The Atlanta-based Carter Center had 102 monitors at polling centers across Egypt for the landmark vote — the first since longtime leader Hosni Mubarak’s ouster last year in a mass uprising. Preliminary results showed a tight race at the top between the Muslim Brotherhood’s candidate, Mohammed Morsi, and Mubarak’s last prime minister, Ahmed Shafiq. The top two finishers will advance to the June 16-17 runoff.”


Who Will Dominate the Middle East?

“As America pulls out of wars in Iraq and Afghanistan, other powers are rushing in to fill the vacuum. Domestic, regional and global forces are all vying for influence. Where are events in the ever-volatile Middle East headed?”

Who Will Dominate the Middle East?

“Massive crowds protested in Tahrir Square, Cairo, in early 2011 to demand change - and they got it.”      Source: Wikimedia

Sunni Crescent vs. Shiite Crescent

“Regional geopolitics pit the powerful "Sunni Crescent" led by Turkey, Saudi Arabia, Qatar and the United Arab Emirates against the beleaguered "Shiite Crescent" states—Iran, Iraq and Lebanon.

Barry Rubin, director of global research in the International Affairs Center in Israel, sizes up the strategic battle for influence in The Jerusalem Post: "The new Middle East strategic battle is heating up, and this is only the start. It has nothing to do with Israel and everything to do with two more serious lines of battle: Arabs versus Persians [of Iran] and Sunni versus Shia Muslims . . .

"The real struggle is over who will control each Muslim majority country and who is going to lead the Middle East . . . The Sunni Arab position was stated very clearly by Amr Moussa, a veteran Arab nationalist and candidate for Egypt's presidency: '(The) Arab Middle East will not be run by Iran or Turkey'" ("The Region: The New Middle East's Internal Divisions," March 4, 2012).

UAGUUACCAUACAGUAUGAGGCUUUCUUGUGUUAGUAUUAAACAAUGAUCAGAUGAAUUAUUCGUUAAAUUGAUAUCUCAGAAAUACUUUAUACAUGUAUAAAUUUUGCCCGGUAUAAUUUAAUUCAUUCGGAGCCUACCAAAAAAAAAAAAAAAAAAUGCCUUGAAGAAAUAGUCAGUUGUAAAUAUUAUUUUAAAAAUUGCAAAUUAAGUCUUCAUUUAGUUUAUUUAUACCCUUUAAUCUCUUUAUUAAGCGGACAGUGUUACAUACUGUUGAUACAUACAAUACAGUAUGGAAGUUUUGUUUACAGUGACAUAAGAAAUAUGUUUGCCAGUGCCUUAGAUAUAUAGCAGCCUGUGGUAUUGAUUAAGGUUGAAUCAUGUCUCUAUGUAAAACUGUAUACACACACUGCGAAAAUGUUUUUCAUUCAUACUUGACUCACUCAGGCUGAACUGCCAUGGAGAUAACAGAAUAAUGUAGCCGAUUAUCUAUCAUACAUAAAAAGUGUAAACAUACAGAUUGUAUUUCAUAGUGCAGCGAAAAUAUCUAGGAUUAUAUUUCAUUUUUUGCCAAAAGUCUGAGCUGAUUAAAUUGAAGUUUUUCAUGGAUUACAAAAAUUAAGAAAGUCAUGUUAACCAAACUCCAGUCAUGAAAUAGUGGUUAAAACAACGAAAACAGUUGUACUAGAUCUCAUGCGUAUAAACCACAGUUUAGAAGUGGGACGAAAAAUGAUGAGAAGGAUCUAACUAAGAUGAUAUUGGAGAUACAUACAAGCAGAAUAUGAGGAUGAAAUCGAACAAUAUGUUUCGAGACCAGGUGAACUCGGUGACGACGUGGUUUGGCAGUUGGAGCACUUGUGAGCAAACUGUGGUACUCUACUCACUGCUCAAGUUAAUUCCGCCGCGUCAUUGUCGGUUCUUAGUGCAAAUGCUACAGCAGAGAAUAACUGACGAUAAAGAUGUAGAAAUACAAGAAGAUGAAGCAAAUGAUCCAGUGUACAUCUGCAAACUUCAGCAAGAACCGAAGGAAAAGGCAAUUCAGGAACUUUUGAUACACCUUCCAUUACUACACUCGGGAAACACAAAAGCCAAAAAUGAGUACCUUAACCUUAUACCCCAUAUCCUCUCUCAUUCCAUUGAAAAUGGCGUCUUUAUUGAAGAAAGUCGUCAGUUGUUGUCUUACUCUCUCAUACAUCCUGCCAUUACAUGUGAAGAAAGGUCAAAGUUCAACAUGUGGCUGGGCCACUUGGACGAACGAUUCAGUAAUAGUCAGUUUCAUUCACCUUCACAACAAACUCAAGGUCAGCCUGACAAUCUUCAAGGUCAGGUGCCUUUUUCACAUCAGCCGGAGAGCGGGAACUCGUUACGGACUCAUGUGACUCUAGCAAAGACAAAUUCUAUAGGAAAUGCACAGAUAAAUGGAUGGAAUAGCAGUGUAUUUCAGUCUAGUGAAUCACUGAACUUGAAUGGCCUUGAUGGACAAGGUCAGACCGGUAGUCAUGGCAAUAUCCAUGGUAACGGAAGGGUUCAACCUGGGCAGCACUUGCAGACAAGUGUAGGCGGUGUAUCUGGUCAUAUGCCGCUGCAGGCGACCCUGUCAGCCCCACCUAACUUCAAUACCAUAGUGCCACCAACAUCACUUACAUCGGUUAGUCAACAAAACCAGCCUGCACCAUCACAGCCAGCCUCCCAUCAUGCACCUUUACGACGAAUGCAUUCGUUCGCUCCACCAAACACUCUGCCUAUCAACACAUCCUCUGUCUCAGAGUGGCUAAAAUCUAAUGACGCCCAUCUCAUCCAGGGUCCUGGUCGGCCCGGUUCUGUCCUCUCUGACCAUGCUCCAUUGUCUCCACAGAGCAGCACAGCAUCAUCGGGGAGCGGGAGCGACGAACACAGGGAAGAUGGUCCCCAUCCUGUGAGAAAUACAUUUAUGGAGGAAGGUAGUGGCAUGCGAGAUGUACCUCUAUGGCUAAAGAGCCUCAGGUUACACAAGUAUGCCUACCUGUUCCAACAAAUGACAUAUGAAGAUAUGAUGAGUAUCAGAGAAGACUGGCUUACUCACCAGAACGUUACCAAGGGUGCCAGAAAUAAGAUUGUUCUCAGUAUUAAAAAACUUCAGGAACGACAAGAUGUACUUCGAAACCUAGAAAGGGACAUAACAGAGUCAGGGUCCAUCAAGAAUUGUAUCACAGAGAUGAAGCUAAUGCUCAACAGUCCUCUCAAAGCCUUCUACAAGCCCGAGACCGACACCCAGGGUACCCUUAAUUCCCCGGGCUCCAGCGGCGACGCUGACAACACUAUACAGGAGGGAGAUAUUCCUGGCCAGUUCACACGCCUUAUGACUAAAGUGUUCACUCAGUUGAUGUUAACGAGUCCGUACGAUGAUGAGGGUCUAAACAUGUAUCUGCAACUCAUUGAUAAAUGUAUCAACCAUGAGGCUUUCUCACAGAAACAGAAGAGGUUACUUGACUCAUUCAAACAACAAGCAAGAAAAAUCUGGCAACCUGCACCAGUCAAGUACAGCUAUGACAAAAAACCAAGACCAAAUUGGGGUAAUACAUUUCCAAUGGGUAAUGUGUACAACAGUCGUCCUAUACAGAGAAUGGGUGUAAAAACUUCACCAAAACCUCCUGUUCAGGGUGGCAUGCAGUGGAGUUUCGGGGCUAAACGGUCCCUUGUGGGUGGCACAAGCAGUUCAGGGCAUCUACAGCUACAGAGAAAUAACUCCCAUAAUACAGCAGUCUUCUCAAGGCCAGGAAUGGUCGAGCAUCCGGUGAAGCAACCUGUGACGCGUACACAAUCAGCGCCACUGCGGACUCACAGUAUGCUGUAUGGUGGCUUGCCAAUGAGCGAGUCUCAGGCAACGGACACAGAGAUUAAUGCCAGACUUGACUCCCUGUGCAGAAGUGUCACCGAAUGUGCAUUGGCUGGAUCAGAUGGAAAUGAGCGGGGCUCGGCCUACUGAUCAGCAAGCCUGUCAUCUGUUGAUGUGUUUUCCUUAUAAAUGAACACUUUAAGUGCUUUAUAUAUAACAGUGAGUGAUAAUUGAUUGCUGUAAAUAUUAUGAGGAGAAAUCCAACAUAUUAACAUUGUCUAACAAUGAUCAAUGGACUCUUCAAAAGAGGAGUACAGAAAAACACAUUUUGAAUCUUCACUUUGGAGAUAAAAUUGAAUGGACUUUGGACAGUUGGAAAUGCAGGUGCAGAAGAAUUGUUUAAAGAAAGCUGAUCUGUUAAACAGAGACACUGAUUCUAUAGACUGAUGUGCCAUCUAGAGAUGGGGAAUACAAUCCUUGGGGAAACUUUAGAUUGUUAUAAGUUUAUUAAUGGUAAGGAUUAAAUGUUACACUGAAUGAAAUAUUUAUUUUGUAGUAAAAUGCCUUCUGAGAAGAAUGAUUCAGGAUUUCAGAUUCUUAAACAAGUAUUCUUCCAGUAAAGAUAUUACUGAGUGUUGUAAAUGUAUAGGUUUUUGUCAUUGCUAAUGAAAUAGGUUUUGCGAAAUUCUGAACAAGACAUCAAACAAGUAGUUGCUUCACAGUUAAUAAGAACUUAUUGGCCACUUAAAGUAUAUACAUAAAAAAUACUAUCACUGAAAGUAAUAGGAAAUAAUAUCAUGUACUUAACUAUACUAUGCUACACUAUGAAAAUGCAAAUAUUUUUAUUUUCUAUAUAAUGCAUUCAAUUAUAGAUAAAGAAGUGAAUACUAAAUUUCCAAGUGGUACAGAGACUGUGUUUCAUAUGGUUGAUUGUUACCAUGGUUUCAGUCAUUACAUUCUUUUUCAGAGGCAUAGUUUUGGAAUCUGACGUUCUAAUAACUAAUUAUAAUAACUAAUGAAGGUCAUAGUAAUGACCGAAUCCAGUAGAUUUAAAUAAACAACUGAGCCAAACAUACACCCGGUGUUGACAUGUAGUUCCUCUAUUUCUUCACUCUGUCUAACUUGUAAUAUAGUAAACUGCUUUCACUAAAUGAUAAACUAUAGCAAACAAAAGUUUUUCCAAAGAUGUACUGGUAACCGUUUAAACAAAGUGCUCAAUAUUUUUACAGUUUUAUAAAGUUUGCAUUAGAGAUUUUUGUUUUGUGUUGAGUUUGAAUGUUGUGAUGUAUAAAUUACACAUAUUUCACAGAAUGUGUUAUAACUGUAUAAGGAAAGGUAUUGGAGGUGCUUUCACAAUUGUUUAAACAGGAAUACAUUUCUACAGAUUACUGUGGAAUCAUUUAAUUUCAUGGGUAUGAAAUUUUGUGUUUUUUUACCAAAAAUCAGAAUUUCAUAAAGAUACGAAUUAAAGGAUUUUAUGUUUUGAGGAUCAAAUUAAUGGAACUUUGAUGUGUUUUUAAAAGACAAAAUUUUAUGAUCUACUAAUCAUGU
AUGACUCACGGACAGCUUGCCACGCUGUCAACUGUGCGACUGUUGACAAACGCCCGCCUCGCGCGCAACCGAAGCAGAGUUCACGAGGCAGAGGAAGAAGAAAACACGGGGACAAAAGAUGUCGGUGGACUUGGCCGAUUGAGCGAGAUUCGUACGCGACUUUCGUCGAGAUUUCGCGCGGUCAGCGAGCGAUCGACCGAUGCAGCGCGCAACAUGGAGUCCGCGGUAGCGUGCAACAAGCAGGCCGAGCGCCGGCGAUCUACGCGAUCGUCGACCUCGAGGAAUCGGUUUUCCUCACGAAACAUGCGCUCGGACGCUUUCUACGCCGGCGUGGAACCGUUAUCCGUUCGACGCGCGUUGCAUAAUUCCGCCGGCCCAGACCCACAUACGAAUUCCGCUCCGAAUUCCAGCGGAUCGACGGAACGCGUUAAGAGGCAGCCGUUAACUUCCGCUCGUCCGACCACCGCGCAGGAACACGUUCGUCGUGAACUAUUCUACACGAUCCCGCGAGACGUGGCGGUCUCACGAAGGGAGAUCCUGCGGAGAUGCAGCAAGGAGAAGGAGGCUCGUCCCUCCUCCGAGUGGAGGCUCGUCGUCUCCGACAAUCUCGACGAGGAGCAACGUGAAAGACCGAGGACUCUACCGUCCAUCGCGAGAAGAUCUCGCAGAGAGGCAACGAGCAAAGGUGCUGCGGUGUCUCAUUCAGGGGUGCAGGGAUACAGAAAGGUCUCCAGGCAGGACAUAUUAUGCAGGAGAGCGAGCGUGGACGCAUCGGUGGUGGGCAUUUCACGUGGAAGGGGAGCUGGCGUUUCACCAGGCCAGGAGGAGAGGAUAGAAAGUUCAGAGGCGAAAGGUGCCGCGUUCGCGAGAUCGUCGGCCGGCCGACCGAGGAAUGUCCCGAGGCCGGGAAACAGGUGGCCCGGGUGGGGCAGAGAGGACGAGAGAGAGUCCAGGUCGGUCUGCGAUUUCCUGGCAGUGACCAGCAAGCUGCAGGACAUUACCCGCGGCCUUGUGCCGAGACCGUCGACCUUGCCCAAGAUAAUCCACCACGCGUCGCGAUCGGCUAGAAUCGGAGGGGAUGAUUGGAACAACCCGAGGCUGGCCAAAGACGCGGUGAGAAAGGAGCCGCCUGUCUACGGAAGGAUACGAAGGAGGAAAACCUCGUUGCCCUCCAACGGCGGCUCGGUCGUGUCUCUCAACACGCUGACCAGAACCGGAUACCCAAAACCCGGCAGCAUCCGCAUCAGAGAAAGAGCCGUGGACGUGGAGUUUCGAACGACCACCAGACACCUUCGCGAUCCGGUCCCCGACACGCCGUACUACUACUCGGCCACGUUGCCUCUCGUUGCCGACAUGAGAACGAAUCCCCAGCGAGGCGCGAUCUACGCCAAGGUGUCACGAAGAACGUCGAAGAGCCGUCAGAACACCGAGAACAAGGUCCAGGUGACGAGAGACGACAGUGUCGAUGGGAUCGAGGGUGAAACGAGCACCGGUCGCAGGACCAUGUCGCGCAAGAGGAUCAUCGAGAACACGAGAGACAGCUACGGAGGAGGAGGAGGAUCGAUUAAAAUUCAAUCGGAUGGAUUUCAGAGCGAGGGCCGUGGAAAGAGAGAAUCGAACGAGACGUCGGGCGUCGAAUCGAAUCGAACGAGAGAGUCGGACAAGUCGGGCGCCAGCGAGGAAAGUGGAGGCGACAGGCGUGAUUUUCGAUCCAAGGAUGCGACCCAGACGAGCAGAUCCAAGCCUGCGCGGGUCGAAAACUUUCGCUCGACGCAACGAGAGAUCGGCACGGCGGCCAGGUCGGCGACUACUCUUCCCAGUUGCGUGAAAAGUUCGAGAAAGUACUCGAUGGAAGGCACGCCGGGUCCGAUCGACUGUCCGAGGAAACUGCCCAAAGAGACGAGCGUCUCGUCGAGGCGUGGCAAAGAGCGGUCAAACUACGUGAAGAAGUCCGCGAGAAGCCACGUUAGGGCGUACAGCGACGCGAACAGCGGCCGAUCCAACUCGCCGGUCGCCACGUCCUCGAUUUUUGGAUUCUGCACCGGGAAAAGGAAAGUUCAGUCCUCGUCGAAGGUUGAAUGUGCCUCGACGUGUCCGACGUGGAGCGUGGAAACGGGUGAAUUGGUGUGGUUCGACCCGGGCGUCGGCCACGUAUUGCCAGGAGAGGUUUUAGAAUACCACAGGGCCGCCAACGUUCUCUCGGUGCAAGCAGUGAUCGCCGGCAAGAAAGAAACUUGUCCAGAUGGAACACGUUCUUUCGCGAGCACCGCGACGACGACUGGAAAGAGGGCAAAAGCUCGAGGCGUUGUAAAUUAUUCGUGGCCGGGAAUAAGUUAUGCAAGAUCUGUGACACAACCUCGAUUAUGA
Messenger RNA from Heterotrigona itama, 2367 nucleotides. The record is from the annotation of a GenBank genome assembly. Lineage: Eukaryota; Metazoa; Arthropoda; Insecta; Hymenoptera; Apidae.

Rubin later clarifies what is emerging: "What we are seeing again, for the first time in three decades . . . is an Egyptian bid to lead the Arabic-speaking world and even the whole region. On this point, Egyptian leftists, nationalists and Islamists are united.

"And in the first round, the battle over control of the Palestinian Islamist group Hamas, which rules the Gaza Strip, Egypt won and Iran lost." (See "Hamas' Shifting Allegiance Reflects New Mideast Dynamics")

Egypt is the largest Arab country, with a population of 83 million, and has long had a major influence on the region. Now that Islamists have won 72 percent of the seats in the lower house and nearly as many in the upper, this fundamentalist orientation will likely be a major influence on the growing number of Islamic governments in the region.

Regional transformation will lead to what is foretold

What all this adds up to is that these multilayered shifting sands of domestic, regional and global forces blowing through the Middle East and North Africa are changing the region more dramatically than at any time in the last half century.

The factors underlying the major power shifts carry long-term effects, creating a dramatically different Middle East than what this generation has known.

And there's another source to help us see what's happening. Bible prophecy reveals how all these shifting forces will eventually play out.

The Arab Spring uprisings, in the short term, have focused the Arab world's attention on the changes swirling around them and away from their longtime nemesis—Israel. But, as prophecy lays out, the persistent hatred of Israel will in the long run grow exponentially as Islamic influence grows. Prophecies indicate that a more united group of Arab nations, perhaps sparked by religious zeal, will focus their rekindled hostility toward Israel.

This hostility will grow to a major crescendo leading to all-out war as we approach the end of this age. Psalm 83 contains an intriguing prophecy that shows a number of Middle Eastern countries forming a confederation of nations determined to cut off Israel from being a nation (verses 3-8).